Mortars fired at US helicopters as fragile truce in Liberia is shattered
US helicopters evacuating foreign nationals from the Liberian capital came under mortar fire yesterday as anarchy hit Monrovia for a fifth day. An Irish aid worker was among those evacuated.
Tide helicopters, which the US military are using to ship cut hundreds of US and other citizens trapped in Monrovia, were repeatedly targeted by mortar fired by the armed factions battling in the city. None of the aircraft was hit.
The Pentagon has said 273 foreigners have been flown out of Liberia since the operation began on Tuesday. However a "sizeable number" of Americans remained in Monrovia and could not reach the US embassy because of fighting.
Yesterday's renewed violence - has shattered a fragile ceasefire that was holding in the Liberian capital, five days after factional fighting broke out. The fighting is between Krahn fighters loyal to dismissed "General" Roosevelt Johnson and forces loyal to warlords Charles Taylor and Alhaji Kroinah.
Liberian gunmen loyal to "General" Johnson, a wanted militia leader, yesterday freed a handful of the hundreds of hostages they have seized as part of the worst unrest in the country since a peace agreement was signed last year. UN sources said negotiations for the release of 36 Lebanese also taken captive were continuing.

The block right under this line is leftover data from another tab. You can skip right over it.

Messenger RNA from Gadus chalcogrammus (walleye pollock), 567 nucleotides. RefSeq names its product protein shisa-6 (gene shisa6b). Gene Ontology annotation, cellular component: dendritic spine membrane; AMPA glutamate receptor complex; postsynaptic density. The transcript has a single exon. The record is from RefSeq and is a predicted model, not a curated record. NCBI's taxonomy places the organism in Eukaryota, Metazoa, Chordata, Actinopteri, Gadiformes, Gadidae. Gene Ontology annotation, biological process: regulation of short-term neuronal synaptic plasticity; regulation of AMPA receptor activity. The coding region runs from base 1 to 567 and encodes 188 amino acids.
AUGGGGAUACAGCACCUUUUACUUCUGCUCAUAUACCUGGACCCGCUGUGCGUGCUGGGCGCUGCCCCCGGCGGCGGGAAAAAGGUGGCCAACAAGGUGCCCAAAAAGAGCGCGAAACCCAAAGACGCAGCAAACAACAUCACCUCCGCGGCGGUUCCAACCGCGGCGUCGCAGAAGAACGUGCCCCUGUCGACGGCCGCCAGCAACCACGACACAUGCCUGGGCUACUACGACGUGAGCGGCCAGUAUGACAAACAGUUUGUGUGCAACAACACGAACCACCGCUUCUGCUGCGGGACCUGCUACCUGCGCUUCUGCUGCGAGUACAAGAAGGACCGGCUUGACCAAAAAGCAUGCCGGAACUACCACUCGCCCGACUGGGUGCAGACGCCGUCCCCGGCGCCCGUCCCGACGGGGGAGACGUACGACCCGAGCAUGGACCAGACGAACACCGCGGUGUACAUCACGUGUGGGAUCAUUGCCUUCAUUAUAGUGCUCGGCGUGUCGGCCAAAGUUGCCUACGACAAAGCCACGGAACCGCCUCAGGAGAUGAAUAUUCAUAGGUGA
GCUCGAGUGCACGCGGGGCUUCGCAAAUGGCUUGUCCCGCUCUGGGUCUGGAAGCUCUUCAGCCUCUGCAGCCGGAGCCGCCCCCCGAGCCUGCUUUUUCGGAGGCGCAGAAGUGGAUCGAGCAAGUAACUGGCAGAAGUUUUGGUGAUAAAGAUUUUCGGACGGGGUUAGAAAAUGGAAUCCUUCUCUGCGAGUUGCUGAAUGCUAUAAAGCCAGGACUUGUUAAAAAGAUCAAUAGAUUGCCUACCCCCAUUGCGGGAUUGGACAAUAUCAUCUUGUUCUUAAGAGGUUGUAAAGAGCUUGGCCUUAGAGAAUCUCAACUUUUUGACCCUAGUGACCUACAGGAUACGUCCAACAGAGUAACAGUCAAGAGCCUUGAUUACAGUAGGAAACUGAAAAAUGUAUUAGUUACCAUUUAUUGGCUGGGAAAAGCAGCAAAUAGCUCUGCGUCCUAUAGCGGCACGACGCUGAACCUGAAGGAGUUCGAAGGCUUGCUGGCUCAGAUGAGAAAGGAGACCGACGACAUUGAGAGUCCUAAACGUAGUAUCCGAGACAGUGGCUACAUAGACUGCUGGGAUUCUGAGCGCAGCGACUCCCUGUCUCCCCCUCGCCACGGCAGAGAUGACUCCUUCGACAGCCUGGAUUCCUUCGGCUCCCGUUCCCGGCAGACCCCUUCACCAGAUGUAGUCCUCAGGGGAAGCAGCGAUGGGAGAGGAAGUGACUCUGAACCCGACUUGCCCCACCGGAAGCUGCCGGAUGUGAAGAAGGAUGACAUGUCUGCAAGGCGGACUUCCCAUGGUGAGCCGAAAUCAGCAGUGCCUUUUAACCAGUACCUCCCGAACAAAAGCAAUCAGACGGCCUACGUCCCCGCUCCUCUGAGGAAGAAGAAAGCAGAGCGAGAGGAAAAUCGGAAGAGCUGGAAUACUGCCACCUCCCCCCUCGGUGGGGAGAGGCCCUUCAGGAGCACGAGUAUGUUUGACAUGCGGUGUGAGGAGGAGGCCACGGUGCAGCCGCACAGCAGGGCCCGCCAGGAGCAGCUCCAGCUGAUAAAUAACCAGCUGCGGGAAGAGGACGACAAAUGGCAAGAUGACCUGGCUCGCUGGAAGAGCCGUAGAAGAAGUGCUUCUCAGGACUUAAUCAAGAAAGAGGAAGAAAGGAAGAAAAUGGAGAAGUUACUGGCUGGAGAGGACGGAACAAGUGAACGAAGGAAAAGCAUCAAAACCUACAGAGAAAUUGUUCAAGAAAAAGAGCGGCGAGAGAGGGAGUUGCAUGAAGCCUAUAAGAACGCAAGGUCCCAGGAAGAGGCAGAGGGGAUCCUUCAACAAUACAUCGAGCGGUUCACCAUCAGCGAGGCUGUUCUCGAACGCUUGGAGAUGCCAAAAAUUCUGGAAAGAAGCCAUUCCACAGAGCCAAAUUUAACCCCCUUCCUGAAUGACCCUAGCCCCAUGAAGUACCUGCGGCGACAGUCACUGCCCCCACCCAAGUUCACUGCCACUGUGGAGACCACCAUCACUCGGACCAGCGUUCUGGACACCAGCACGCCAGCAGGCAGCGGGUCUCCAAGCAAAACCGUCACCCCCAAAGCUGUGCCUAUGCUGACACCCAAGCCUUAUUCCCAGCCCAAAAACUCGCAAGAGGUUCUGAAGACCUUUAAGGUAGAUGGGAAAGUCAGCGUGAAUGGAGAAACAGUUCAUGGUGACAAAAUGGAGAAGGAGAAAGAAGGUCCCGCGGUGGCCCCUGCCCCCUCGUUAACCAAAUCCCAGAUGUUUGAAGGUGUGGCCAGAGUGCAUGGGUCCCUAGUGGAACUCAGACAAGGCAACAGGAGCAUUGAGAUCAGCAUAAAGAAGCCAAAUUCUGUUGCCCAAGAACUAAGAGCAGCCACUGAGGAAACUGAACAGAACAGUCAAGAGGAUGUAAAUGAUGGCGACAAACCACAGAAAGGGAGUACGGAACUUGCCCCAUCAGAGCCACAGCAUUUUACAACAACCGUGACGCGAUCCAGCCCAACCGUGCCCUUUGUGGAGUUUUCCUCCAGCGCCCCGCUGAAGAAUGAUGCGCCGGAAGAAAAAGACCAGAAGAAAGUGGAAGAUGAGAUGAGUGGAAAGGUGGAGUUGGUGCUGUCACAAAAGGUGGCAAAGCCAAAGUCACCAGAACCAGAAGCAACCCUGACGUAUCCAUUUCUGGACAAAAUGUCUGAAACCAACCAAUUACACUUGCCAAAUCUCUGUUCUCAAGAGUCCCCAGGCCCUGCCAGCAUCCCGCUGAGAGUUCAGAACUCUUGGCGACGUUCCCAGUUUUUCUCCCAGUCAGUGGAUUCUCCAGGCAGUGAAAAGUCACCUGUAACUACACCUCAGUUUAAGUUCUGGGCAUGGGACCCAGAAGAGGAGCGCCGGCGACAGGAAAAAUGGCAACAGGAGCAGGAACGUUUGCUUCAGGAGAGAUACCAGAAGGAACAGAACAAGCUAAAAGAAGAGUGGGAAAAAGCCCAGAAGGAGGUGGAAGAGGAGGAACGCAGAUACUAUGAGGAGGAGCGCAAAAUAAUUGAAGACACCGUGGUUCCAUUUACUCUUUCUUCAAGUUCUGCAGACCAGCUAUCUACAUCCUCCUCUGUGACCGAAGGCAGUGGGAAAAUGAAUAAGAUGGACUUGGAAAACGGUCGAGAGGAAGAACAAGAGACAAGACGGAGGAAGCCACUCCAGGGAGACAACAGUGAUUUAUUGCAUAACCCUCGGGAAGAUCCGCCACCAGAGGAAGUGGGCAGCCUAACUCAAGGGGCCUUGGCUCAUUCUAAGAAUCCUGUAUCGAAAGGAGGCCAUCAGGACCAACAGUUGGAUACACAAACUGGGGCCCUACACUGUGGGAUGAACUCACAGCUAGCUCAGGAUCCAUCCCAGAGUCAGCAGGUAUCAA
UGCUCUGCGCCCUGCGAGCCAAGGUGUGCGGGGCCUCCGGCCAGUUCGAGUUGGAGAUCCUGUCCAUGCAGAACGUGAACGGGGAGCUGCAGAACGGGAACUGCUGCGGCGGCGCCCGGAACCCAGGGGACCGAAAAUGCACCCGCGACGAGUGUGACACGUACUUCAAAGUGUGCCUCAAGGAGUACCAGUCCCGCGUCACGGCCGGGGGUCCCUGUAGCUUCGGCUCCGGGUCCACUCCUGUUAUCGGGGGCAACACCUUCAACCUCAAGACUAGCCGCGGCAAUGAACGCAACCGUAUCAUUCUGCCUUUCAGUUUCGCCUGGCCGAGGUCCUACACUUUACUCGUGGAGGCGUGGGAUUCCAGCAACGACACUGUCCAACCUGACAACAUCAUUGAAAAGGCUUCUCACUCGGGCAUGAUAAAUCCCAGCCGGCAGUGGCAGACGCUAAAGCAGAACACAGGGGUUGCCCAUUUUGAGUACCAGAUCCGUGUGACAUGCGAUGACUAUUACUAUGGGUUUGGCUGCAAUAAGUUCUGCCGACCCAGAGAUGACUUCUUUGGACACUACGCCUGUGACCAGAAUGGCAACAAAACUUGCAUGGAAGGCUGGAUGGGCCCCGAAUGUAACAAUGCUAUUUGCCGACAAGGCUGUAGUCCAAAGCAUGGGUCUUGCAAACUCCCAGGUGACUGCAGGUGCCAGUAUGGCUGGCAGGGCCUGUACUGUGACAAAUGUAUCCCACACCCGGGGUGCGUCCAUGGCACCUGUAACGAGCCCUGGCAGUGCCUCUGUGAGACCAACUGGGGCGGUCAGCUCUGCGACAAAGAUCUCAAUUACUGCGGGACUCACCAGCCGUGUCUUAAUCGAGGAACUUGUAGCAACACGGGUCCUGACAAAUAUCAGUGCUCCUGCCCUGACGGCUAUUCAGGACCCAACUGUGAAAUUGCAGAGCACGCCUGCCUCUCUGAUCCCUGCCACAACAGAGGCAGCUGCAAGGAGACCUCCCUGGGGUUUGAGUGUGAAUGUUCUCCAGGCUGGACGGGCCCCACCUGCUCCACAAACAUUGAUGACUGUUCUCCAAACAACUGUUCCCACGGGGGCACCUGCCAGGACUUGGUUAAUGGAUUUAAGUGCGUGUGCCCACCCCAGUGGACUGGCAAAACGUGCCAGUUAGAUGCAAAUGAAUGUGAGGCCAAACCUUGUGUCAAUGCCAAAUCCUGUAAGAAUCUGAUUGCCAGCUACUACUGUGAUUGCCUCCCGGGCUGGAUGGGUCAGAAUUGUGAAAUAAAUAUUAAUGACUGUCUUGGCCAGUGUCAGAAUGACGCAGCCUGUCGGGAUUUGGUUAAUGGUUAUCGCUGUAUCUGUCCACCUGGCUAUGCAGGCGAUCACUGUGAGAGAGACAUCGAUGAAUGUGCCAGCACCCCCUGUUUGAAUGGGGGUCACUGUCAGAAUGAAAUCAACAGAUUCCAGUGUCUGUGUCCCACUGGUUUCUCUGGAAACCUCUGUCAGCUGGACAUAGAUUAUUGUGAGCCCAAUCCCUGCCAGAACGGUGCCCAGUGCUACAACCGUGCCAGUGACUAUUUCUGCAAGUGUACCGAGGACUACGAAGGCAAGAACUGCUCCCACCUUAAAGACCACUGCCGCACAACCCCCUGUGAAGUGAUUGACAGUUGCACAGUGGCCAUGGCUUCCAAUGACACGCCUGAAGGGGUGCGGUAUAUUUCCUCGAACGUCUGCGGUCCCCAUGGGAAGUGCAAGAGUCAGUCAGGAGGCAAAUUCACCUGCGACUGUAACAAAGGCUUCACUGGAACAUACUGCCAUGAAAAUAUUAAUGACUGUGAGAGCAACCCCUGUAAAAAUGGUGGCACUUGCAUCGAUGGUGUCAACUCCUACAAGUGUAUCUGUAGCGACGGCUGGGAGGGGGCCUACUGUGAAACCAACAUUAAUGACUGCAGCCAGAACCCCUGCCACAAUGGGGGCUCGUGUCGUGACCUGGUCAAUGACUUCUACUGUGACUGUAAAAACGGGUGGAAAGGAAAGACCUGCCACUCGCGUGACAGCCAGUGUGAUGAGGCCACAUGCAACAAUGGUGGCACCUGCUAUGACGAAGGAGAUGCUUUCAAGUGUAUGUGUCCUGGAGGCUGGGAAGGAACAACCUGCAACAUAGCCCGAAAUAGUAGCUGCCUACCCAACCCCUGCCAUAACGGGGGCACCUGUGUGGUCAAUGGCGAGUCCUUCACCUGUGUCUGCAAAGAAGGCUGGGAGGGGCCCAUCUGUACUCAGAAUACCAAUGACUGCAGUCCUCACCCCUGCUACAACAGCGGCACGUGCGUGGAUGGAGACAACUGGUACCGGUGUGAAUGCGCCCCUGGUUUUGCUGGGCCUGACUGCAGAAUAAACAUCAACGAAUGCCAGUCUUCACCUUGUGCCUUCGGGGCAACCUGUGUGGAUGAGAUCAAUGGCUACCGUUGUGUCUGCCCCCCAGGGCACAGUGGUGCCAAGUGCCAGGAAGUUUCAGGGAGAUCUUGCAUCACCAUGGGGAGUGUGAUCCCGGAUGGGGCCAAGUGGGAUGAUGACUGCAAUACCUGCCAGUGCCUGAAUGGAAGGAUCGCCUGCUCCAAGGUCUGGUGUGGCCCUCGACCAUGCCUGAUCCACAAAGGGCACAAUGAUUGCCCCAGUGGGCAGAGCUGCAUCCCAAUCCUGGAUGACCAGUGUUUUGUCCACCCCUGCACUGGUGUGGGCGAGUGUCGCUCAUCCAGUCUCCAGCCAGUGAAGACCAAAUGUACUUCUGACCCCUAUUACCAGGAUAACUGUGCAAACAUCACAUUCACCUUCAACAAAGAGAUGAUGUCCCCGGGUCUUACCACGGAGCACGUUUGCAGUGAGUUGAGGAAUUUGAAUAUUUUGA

The gunmen are still believed to be holding some 600 people as human shields against any attack at a military barracks in the capital.
The ethnic Krahn fighters took the hostages as part of unrest that broke out on Saturday when police tried to arrest "General" Johnson on a murder charge.
The captives included 20 members of an African peacekeeping force known as ECOMOG. Most of these soldiers were freed yesterday, ECOMOG sources said.
A UN source described the negotiations for the release of the Lebanese as difficult. He said delegations from the ECOMOG force, African diplomats and the UN envoy to Liberia, Mr Anthony Nyanki, were due to meet the Knihn fighters at the barracks.
Michael Foley reports: The Department of Foreign Affairs has been able to confirm that only one Irish person has managed to leave Liberia. At least eight missionary priests and one aid worker are still in the country.
Last night, Mrs Maureen Kinahan, the mother of Ms Therese Kinahan, said her daughter was in good spirits and hoped to get to the US embassy early this morning to be airlifted to Senegal. She had been able to contact her by phone yesterday evening.
Ms Kinahan is married to a Liberian and has a one year old daughter Mairead. She has been in Liberia since 1984 as an administrator for the aid agency The Christian Help Association of Liberia.
Meanwhile, eight members of the Society of African Missions (SMA) are still near Monrovia. Father John O'Keeffe, of the order's headquarters in Cork, said the priests were safe and in good spirits. He said his colleagues were "all experienced men" who had been in the country throughout the civil war.
However, he said they were feeling the strain of staying indoors band could hear shooting from were they were staying.
The Department of Foreign Affairs said it had been in contact with the US State Department, which confirmed that at least one Irish person had been flown to Dakar in Senegal.